• Who makes the final decision on boundaries?
The Board of Education of the Davis School District makes the final decision on boundaries — following many meetings, the collection of public comment and recommendations from the independent boundary consultant. The board hired consultant Dr. Darrell White to work with the boundary study group to draw preliminary boundary lines and consider adjustments as input is received from community councils and the public through the e-mail JrHighBoundaryStudy@dsdmail.net, during open houses scheduled Oct. 3 and Oct. 4 and the public hearing in October.
• Do the boundaries consider growth?
The district’s Planning Department works closely with all city and county planners to keep abreast of new and future developments within the school district. This communication allows the district to stay current about plans for residential housing and apartments and the impact such developments could have on its schools.
• How does the district determine the number of students living in each neighborhood?
The district uses a fairly sophisticated computer program — the Geographical Information System — to determine the number of students. The program uses Davis County property maps and assigns an address to the property description. The file is then merged with the district’s student database which lists students by grade and address. The program allows the user to highlight a house, street or neighborhood and report how many students by grade are in the area. Such detail allows the study committee to receive accurate data and draw boundaries based on the information.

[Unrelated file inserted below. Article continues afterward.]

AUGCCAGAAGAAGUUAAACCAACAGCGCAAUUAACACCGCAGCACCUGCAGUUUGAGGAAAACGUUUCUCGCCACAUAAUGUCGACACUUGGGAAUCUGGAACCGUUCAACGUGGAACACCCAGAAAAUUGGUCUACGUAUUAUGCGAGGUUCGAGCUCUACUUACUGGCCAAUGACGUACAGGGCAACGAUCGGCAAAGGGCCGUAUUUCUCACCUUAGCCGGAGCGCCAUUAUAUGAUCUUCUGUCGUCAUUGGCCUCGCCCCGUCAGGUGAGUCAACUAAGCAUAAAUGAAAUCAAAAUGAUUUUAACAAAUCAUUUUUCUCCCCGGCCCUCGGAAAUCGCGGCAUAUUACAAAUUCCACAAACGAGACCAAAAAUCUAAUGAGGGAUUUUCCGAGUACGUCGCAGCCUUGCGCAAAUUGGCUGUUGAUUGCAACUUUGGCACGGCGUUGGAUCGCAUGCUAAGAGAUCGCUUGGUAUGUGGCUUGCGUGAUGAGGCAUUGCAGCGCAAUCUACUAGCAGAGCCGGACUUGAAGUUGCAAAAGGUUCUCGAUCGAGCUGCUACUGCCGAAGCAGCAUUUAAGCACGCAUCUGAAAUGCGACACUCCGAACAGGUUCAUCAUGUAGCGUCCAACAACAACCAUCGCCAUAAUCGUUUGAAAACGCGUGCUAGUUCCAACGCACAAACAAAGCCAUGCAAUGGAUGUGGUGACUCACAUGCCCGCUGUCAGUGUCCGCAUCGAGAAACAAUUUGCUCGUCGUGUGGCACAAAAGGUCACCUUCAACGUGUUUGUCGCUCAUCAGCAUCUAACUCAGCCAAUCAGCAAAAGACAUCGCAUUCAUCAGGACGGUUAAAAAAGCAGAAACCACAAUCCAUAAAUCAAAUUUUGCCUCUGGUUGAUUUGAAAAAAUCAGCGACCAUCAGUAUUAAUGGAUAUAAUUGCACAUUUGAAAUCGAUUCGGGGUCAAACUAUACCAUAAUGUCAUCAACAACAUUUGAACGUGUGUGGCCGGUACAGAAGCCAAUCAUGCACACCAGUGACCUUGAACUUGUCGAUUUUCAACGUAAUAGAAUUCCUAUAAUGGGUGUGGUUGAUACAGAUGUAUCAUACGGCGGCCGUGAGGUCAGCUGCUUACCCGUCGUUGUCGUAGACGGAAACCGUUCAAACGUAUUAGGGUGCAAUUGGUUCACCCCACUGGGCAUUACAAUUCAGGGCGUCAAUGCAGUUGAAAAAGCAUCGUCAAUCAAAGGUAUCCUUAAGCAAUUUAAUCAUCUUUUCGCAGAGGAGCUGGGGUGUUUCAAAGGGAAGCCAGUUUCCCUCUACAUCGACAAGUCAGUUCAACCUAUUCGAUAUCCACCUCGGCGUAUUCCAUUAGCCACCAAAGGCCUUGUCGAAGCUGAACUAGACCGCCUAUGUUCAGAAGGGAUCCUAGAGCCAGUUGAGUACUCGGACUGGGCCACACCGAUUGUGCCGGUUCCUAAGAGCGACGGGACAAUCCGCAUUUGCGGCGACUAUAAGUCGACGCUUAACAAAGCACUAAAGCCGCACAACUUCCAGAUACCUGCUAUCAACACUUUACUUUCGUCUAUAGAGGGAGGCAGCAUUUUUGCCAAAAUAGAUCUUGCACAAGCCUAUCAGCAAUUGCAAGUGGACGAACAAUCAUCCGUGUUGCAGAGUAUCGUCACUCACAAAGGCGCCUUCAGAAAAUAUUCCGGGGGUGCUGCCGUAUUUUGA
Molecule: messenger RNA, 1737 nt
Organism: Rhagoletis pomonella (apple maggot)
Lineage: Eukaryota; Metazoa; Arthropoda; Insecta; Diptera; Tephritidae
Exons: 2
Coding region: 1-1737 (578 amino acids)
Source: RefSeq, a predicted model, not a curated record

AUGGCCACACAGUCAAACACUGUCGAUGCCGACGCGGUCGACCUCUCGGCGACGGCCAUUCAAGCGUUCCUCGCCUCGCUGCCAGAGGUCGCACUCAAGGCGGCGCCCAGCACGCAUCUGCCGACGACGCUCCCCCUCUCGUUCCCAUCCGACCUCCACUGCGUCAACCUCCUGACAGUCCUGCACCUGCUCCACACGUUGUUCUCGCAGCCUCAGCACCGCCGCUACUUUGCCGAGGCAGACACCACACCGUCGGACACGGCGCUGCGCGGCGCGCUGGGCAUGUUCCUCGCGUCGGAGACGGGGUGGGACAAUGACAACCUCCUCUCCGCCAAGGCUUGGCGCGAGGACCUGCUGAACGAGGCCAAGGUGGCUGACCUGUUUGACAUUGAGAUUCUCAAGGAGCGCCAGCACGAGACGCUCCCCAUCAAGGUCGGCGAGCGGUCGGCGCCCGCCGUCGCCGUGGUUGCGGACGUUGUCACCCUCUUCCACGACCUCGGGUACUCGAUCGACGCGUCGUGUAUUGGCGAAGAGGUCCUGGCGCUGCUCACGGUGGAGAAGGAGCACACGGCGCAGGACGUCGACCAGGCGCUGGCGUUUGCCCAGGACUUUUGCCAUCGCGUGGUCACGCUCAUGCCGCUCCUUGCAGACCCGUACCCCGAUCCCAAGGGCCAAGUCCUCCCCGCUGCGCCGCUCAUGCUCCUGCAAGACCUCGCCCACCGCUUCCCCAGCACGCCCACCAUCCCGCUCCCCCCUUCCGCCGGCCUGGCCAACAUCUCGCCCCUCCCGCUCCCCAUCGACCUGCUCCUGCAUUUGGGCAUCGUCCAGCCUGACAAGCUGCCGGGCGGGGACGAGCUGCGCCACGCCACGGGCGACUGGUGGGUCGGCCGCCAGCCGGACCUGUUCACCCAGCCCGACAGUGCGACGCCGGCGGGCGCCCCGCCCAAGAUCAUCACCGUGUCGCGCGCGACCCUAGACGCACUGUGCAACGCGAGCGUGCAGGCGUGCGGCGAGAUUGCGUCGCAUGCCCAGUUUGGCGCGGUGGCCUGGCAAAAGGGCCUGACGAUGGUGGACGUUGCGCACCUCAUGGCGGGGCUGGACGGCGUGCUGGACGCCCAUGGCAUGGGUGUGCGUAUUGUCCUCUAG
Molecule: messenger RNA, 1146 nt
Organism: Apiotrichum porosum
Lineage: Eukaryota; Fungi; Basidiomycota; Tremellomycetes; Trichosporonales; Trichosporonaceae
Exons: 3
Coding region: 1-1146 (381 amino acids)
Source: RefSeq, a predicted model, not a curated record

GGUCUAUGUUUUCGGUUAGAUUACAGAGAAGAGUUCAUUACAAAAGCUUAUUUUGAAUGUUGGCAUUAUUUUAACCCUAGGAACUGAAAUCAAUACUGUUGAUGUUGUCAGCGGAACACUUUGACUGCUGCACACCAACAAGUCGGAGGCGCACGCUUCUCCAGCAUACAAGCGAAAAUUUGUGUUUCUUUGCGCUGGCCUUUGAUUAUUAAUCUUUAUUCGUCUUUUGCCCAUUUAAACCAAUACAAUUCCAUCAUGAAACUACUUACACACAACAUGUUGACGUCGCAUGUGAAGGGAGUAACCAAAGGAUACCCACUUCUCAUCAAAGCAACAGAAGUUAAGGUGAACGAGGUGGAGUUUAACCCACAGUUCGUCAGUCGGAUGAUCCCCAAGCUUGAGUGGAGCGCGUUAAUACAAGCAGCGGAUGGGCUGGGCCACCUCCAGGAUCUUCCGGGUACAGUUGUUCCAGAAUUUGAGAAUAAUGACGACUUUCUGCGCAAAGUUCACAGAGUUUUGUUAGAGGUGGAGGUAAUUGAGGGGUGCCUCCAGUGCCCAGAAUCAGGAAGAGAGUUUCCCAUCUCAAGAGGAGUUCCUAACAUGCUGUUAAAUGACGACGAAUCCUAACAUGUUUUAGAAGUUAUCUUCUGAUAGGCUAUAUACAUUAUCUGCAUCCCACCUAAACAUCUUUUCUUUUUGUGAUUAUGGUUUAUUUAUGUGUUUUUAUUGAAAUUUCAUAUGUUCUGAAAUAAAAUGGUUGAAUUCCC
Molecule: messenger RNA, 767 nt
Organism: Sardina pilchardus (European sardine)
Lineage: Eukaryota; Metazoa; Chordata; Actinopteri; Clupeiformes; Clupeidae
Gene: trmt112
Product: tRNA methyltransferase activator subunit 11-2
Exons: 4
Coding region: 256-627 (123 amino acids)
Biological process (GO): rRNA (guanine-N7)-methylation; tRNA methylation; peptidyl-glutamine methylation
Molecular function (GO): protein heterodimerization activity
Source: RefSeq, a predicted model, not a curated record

• How does the district determine student enrollments for each school?
There are many considerations involved in the process. The first variable is the number of classrooms. The second variation is special programs that require full-size classrooms, such as special education. The district also considers enrollment trends and projections.
•Will boundary changes for high schools or elementaries be included in this study?
Minor adjustments could be recommended, but it is not anticipated that any change will affect current students. We welcome input and comments. We know how much everyone loves the school they currently attend.
• Are these boundaries finalized?
No. Public input is still being received. The Boundary Study group will meet with community councils on Sept. 12. Additionally, two open houses are scheduled at 6:30 p.m. Oct. 3 at Centennial Junior High and Oct. 4 at Legacy Junior High. A public hearing also will be held Oct. 16. Public input received at those times and through the e-mail JrHighBoundaryStudy@dsdmail.net will be considered as final boundaries are drawn. While social media is a popular venue for communicating opinions, the district cannot monitor all posts regarding boundaries.
• Can students get a variance to attend the school of their choice?
Possibly. If a school is above capacity it is considered a “closed school.” In that case the district may grant boundary variances up to 1.5 percent of the projected enrollment if it does not require additional staffing. Those variances are awarded using the lottery system. If a school is “open” or below capacity, the Director of Planning will calculate the number of boundary variances that may be granted to nonresident students to bring the school’s enrollment up to the open enrollment threshold.
• Will parents get to see the proposed boundaries before they are finalized?